Since the concept of Open Access is frequently tied to specific license language and institutional repository policies, we decided to be clear about the key elements of “ASM Access.” These are (i) are immediate open access upon publication, (ii) immediate, unrestricted full text publication in PubMed Central, (iii) authors’ retaining copyright and all the rights recommended by SPARC, and (iv) a publishing license that will allow unrestricted non-commercial reuse. As a non-profit society publisher, ASM will use revenue from paid permissions for commercial reuse of mBio™ content to help support publication.
    All in all, Stan Maloy probably said it best today on Facebook: "'Imitation is the sincerest form of flattery.' Actually, I think this reflects the evolution of society journals to the open access mode."

    Arturo Casadeval
    Editor in Chief

  2. Thanks for the clarifications and comments Arturo. Here are some additional ones from me

    1.Thanks for the clarification that streamlined peer review does not mean less rigorous. However, it is still unclear how peer review will happen. Will editors do the review or will they send it out to others?

    2. Glad to hear that the AAM fellows review system is not completely like Track 1 in PNAS. However, I personally find systems that allow one class of scientists to have a different method of publishing than others to be a little bit unsavory.

    3. I am VERY pleased that this reflects ASM moving more towards Open Access. And I understand why you want to restrict some reuses of the pubs (though I wish even there you were more open). However, what I do not understand is why you could not just use a Creative Commons non commercial license like used by many other publishers.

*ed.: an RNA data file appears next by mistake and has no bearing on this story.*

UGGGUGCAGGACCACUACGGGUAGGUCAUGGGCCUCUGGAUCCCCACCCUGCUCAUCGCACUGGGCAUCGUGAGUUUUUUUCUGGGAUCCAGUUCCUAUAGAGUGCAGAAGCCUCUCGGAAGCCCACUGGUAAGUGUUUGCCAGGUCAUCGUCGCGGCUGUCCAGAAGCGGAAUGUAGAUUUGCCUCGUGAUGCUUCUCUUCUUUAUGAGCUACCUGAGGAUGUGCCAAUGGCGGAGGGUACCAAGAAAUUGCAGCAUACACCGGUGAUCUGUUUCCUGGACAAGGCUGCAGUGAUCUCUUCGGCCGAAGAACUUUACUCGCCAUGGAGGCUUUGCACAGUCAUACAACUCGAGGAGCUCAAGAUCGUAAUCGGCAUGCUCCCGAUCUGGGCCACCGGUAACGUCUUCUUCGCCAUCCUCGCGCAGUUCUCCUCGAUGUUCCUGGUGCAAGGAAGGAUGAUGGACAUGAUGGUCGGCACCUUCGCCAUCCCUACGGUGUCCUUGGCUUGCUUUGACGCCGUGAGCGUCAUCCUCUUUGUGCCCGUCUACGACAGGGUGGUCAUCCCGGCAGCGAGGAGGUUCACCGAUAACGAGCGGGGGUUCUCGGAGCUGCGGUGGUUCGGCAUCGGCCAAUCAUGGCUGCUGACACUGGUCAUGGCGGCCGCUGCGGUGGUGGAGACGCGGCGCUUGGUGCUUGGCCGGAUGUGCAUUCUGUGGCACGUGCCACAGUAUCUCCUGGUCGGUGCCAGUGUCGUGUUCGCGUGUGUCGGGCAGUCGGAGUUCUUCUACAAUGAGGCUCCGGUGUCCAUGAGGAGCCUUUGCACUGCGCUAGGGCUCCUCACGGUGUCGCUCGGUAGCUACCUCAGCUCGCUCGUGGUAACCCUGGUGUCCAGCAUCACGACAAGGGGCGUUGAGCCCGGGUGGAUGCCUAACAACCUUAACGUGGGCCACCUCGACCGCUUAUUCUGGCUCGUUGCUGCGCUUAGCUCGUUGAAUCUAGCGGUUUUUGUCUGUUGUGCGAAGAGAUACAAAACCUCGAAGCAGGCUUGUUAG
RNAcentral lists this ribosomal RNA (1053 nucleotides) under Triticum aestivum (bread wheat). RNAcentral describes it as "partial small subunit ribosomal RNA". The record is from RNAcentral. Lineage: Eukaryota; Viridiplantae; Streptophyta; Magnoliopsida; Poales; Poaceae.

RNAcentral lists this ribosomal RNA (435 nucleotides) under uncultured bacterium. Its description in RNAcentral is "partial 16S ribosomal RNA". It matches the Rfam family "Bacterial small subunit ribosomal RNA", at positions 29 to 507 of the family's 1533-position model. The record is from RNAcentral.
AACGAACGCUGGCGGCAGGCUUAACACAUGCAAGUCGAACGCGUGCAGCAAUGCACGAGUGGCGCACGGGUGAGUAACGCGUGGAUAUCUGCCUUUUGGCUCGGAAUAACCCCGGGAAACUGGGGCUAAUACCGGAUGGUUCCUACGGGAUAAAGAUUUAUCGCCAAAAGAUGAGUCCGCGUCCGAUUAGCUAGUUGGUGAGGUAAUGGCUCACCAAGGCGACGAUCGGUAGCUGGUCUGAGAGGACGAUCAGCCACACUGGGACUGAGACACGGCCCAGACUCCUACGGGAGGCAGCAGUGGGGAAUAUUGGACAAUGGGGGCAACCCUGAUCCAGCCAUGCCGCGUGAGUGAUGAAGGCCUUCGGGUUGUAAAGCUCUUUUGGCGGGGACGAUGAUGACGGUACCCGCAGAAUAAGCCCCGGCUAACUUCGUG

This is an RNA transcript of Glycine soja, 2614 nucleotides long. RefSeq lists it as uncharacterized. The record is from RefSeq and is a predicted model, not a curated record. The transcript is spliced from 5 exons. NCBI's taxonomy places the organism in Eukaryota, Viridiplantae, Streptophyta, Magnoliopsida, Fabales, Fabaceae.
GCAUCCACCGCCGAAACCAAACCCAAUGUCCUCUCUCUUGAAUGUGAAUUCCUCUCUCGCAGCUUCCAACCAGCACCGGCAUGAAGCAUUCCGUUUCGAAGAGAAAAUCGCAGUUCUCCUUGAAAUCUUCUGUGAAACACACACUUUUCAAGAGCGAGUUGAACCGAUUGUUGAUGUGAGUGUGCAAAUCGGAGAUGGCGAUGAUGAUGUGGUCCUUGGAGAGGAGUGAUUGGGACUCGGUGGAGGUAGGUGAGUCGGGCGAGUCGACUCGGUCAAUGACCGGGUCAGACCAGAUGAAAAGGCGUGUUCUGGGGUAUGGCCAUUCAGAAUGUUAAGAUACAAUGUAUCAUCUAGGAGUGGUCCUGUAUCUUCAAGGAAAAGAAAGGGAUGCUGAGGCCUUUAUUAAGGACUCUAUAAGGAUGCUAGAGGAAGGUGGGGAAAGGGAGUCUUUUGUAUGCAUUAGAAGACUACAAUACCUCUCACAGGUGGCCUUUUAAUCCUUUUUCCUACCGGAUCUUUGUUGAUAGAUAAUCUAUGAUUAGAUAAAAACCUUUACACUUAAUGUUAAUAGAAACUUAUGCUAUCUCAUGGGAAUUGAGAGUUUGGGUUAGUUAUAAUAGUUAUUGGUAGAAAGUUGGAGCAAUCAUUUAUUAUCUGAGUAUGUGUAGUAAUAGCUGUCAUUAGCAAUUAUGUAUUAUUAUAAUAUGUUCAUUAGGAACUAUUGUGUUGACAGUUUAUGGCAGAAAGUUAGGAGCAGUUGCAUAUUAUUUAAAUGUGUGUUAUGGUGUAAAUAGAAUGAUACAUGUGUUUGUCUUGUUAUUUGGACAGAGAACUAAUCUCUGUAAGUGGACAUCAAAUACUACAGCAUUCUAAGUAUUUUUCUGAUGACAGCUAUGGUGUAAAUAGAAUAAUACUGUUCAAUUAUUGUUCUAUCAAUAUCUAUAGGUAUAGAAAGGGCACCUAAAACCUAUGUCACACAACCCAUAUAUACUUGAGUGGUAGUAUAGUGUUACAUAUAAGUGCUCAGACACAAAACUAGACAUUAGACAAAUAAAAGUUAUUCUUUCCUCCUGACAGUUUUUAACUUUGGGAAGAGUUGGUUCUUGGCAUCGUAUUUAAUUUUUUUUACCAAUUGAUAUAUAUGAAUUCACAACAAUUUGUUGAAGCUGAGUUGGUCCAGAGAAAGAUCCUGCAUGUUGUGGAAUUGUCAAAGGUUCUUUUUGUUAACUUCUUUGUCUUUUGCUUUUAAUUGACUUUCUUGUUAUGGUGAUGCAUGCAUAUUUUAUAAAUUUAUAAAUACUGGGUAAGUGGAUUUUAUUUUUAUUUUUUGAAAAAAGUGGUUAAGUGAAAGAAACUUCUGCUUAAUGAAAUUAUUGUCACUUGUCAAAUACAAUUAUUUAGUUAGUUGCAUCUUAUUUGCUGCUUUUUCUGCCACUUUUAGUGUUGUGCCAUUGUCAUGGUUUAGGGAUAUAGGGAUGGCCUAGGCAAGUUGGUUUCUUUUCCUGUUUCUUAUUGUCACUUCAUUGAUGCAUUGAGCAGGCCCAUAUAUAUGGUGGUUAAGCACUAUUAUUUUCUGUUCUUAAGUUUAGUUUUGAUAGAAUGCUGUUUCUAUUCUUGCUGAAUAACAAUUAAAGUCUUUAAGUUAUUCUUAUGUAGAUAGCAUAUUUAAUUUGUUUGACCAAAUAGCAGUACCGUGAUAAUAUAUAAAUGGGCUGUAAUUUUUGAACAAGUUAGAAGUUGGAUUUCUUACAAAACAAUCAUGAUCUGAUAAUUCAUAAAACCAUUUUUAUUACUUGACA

Anyway - overall - as I said - pleased to see movement towards more OA. And thanks for the clarifications.

  3. MBio sounds like a fantastic idea, and I hope it's a big success. More societies should follow ASM's lead.

  4. Jonathan
    I can weigh in on the operational questions. The mBio editors will send papers out for review to external referees. Also, we're drafting an author's license to publish that uses Creative Commons language, but that includes the usual warranty language (original publication, rights to publish, all authors agree to publication, etc.)
    Barbara Goldman
    Director, ASM Journals

  5. Thanks Barbara

    I would suggest making the language a tad clearer on the Web Site to describe the details about papers being sent out for review. But perhaps I just misread the wording ...

  6. Thanks for the good suggestion, Jonathan--will do!

  7. I hope that they put an RSS feed for the "current issue" - JVI and mmbr don't, or they have and I'm dumber than I tought...

    I whish them the best, it is really refreshing news.


  8. Under Open Access philosophy, Redalyc aims to contribute to the editorial scientific activity produced in and about Ibero-America making available for public consultation the content of 550 scientific journals of different knowledge areas: